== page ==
Intel is acquiring the web chip startup Barefoot Networks Inc. to better compete with Broadcom while strengthening Barefoot network chip technology.
The Barefoot website shows that Barefoot was founded in 2013 by Stanford University professor Nick McKeown and quickly attracted investment. Before Intel implemented the acquisition, Barefoot had received investments from Alphabet, Ali, Tencent, Goldman Sachs and others.
Although Intel is already the largest computer chip maker in the United States, it does not currently produce chips that manage communications over Ethernet. This chip technology is widely used to connect large computer and server networks. Currently, this network chip field is dominated by Broadcom.
The acquisition, Intel executive vice president Navin Shenoy, said that the data is designed to address the proliferation of data that supports the need for analytical computing power and the exchange of network systems in the data center.
Shenoy said the deal is expected to be completed in the third quarter, and he said he will continue to cut prices to achieve its value.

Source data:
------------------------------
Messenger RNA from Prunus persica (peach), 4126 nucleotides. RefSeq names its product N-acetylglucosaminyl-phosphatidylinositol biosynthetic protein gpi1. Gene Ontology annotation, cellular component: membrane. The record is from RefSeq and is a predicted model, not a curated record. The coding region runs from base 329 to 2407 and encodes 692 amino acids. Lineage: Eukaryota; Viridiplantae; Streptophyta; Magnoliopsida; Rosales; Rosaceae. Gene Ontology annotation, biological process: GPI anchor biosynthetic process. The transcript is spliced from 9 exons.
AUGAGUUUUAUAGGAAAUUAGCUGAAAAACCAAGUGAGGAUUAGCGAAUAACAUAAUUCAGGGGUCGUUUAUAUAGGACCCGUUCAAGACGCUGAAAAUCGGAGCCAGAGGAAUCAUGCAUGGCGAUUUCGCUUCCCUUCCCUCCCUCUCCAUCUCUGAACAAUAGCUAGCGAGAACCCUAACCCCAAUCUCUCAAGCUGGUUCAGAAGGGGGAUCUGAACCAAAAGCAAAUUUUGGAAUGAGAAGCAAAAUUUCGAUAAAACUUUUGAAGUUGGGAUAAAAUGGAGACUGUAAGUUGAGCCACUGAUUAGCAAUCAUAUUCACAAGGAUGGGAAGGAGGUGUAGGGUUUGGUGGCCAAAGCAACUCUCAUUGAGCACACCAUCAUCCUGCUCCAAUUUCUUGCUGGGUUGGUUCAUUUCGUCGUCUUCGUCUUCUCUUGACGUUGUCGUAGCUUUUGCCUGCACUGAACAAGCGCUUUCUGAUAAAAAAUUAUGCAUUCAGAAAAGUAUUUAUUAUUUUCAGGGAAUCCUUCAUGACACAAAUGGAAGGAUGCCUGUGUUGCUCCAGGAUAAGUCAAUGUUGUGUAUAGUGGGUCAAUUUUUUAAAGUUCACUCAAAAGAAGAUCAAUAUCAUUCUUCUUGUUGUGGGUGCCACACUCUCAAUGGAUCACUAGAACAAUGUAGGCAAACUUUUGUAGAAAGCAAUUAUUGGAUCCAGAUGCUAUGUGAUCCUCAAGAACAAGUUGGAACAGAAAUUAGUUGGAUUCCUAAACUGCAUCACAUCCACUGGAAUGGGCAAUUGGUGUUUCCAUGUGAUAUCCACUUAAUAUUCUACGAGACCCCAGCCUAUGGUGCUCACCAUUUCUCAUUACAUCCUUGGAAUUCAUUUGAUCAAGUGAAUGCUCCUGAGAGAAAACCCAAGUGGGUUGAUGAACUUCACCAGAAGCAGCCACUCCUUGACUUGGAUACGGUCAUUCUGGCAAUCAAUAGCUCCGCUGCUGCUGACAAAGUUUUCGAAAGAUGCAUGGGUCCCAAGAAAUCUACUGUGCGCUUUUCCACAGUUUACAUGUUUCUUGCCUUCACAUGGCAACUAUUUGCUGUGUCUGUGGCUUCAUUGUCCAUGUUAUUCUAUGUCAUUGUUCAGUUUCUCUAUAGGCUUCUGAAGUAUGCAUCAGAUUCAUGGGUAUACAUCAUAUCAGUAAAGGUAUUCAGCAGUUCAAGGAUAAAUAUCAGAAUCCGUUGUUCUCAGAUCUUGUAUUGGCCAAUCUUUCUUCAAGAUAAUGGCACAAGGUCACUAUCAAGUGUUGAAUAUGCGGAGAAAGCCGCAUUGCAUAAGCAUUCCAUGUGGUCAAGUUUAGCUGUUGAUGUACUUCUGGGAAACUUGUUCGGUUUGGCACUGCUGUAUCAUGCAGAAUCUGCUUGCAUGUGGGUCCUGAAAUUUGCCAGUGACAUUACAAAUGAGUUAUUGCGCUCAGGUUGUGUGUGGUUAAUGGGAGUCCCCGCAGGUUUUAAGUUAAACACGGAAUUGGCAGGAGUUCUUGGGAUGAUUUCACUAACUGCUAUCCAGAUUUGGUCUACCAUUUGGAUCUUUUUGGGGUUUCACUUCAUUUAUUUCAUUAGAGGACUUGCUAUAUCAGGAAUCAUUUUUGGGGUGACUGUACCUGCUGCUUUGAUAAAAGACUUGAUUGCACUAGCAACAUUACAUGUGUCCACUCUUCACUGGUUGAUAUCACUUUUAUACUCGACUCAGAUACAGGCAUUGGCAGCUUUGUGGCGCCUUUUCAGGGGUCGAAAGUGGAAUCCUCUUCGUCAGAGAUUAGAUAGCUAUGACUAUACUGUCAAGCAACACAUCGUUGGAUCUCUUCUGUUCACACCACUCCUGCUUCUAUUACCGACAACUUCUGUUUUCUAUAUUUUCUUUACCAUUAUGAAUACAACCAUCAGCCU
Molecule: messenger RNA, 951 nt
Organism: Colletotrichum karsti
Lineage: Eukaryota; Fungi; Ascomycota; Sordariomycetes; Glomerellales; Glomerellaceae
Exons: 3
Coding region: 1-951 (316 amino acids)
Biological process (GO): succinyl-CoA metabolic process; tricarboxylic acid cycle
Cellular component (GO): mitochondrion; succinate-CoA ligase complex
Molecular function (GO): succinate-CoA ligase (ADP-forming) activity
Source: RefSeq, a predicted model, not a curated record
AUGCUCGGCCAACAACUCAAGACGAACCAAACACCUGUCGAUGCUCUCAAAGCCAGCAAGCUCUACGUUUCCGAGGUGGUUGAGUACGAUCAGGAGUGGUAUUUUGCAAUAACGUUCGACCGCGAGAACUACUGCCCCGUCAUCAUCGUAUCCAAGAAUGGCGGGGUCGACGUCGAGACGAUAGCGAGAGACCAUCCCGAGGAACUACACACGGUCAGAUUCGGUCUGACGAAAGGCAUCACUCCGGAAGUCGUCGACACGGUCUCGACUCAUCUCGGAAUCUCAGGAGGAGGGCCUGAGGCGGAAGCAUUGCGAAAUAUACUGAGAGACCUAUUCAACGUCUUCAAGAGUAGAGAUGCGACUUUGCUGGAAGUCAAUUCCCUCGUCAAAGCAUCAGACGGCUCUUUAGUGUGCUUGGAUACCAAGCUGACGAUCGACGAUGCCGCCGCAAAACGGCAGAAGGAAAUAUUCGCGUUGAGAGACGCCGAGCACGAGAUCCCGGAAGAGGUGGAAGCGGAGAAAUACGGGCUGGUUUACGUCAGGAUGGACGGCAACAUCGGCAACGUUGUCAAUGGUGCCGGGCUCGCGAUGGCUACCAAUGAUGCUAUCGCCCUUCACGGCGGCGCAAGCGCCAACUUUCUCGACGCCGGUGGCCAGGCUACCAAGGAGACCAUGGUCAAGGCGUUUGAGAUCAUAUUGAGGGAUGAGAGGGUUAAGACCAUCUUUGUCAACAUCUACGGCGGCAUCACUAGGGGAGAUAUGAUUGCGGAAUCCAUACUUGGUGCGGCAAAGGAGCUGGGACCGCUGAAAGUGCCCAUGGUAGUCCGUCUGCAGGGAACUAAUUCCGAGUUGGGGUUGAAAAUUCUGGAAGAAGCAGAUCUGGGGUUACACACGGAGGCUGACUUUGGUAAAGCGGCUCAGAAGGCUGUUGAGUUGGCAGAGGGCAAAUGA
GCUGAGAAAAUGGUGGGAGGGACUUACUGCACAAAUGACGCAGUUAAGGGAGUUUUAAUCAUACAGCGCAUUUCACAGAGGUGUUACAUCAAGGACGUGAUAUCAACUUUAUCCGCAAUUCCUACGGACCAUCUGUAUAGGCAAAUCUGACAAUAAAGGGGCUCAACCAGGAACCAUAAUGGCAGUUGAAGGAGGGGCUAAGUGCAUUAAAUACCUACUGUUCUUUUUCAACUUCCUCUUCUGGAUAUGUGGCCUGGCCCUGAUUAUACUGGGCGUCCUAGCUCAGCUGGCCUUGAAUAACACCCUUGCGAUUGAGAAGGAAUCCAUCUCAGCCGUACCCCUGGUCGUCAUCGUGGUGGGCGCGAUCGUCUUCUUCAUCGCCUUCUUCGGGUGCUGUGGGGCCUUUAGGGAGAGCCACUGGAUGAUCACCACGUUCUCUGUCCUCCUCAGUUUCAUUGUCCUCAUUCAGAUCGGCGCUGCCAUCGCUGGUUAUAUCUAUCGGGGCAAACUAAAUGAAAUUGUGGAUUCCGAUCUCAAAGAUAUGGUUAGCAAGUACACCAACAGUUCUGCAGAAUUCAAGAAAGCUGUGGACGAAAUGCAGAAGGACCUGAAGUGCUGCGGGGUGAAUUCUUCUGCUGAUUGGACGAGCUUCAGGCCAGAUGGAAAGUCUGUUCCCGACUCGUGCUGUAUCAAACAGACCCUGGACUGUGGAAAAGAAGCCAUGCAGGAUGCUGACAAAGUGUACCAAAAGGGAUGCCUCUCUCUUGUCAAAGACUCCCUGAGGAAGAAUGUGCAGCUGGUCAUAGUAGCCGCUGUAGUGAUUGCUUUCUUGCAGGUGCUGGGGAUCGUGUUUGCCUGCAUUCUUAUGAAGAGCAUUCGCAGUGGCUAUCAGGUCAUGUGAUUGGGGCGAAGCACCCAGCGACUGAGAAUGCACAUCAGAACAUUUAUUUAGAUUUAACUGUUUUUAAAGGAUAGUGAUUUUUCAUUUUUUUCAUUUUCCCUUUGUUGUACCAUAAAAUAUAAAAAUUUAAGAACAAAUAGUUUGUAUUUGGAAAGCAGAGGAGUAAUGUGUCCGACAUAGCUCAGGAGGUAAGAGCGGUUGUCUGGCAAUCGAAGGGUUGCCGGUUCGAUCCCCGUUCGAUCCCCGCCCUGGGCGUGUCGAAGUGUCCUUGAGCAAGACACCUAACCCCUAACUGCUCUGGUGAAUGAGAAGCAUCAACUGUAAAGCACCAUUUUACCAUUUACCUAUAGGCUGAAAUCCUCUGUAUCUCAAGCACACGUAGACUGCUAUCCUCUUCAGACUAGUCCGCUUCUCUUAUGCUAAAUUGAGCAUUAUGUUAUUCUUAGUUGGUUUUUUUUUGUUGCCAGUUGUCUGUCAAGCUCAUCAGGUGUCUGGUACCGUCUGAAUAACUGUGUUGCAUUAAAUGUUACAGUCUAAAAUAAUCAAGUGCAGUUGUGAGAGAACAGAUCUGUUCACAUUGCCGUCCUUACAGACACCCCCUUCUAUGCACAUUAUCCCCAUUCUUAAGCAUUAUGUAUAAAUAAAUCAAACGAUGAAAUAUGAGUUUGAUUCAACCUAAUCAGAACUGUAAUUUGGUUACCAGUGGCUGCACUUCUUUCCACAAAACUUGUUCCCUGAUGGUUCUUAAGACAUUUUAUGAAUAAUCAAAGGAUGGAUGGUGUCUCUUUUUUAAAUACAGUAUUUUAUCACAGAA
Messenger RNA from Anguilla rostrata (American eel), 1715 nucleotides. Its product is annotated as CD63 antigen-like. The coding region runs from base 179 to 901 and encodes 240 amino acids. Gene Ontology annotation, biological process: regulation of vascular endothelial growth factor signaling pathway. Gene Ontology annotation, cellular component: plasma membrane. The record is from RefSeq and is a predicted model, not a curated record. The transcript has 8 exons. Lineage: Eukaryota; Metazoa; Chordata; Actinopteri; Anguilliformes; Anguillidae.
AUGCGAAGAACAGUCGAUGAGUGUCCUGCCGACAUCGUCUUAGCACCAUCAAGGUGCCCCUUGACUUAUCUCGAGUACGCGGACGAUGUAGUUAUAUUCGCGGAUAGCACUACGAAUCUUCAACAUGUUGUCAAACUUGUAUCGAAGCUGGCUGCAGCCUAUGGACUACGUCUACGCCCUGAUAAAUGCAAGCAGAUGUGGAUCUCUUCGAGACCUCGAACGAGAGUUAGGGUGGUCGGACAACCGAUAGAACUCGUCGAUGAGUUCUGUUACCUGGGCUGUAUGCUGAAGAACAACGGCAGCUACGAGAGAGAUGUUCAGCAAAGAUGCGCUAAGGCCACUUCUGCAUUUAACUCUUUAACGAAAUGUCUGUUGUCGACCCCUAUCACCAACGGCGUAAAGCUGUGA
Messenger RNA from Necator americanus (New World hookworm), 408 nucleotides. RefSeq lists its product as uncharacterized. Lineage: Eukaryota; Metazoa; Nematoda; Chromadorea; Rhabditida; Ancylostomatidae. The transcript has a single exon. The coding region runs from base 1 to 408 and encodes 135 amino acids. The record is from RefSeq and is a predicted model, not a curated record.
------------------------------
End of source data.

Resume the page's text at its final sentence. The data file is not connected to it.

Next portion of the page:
Barefoot's technology stands out from other Ethernet chips, thanks to the flexibility of the technology: customers can program the chip according to their specific needs for the chip, thereby improving the efficiency of the chip.
In recent months, Intel has a strong interest in investing in network technology.
Barefoot's agreement indicates that Intel CEO Bob Swan is willing to move Intel to an unfamiliar area in order to seek more revenue in the larger overall market.
As Intel fluctuates in its core chip business, Intel is trying to find new growth points. After buying a lot of chips last year, large cloud computing companies have been stagnating in buying new chips this year, which is why Intel’s data center chip sales fell for the first time in the first quarter. In April, Intel also revised its revenue this year from the previous forecast of $71.5 billion to $69 billion.